Homologous Recombination Repair Deficiency and Implications for Tumor Immunogenicity
SourceCancers, 13, 9, (2021), article 2249
Article / Letter to editor
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SubjectRadboudumc 14: Tumours of the digestive tract RIMLS: Radboud Institute for Molecular Life Sciences; Radboudumc 15: Urological cancers RIHS: Radboud Institute for Health Sciences; Radboudumc 2: Cancer development and immune defence RIHS: Radboud Institute for Health Sciences; Radboudumc 2: Cancer development and immune defence RIMLS: Radboud Institute for Molecular Life Sciences; Radboudumc 9: Rare cancers RIMLS: Radboud Institute for Molecular Life Sciences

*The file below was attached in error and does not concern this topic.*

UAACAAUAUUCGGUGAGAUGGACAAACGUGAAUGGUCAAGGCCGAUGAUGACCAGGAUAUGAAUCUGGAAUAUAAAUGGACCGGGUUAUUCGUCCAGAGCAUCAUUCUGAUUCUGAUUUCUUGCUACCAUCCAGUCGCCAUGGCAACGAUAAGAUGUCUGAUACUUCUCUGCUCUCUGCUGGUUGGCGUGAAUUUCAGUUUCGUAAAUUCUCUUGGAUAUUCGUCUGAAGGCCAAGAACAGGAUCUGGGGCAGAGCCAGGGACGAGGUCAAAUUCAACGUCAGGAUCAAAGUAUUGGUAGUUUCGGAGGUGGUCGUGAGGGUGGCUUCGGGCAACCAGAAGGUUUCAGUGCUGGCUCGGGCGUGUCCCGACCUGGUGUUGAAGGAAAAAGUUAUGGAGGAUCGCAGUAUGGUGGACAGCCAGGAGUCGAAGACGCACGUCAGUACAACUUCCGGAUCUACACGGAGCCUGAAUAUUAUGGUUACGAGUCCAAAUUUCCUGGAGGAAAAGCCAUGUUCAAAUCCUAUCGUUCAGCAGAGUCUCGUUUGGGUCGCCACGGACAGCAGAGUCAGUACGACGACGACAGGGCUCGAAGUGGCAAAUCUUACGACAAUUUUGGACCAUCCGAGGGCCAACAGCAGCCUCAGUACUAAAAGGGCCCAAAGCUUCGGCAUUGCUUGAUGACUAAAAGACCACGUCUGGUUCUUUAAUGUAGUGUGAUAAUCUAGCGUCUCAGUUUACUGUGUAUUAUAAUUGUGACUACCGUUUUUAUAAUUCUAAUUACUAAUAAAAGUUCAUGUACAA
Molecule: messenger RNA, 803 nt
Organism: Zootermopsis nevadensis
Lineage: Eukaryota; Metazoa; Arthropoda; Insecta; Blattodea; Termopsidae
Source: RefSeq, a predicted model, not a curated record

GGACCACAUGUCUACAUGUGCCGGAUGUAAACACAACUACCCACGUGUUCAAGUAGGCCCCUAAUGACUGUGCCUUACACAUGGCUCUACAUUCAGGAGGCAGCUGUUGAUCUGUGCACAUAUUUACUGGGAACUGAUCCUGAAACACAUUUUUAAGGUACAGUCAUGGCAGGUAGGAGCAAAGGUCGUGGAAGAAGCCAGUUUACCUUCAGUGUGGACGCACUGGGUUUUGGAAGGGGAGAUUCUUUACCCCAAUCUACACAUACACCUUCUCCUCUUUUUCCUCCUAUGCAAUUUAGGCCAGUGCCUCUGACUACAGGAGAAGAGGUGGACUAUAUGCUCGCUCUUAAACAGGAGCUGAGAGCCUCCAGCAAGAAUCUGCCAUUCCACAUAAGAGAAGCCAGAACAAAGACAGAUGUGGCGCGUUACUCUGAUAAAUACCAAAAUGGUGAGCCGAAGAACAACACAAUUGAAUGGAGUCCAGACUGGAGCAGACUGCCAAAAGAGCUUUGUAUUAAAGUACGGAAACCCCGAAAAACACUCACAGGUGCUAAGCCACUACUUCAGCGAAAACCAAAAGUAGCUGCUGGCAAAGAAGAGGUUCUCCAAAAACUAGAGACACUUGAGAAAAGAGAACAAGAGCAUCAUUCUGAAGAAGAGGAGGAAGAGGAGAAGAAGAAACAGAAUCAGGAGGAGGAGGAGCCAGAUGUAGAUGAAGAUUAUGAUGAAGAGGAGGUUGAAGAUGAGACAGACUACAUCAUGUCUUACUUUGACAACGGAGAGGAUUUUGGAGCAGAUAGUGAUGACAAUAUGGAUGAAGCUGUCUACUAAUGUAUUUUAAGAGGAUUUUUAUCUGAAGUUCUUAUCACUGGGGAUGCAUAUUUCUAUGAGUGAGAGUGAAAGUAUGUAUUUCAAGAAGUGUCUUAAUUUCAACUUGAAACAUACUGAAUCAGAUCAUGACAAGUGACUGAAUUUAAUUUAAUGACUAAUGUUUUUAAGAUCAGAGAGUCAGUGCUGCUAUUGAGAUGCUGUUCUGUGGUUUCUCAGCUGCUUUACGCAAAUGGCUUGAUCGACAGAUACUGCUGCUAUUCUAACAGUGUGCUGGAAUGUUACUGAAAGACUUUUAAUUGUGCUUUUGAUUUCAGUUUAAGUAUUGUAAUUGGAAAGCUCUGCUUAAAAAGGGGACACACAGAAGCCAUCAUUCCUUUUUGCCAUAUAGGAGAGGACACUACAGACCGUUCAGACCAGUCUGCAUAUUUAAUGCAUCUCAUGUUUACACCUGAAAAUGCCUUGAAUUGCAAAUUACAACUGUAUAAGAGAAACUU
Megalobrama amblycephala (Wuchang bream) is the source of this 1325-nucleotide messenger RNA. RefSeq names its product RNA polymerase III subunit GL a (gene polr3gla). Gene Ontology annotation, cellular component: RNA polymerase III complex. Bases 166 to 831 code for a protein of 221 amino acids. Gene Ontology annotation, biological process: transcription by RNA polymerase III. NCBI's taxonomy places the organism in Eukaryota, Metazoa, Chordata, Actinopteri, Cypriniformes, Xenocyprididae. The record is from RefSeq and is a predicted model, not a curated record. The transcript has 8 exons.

Homologous recombination repair deficiency (HRD) can be observed in virtually all cancer types. Although HRD sensitizes tumors to DNA-damaging chemotherapy and poly(ADP-ribose) polymerase (PARP) inhibitors, all patients ultimately develop resistance to these therapies. Therefore, it is necessary to identify therapeutic regimens with a more durable efficacy. HRD tumors have been suggested to be more immunogenic and, therefore, more susceptible to treatment with checkpoint inhibitors. In this review, we describe how HRD might mechanistically affect antitumor immunity and summarize the available translational evidence for an association between HRD and antitumor immunity across multiple tumor types. In addition, we give an overview of all available clinical data on the efficacy of checkpoint inhibitors in HRD tumors and describe the evidence for using treatment strategies that combine checkpoint inhibitors with PARP inhibitors.
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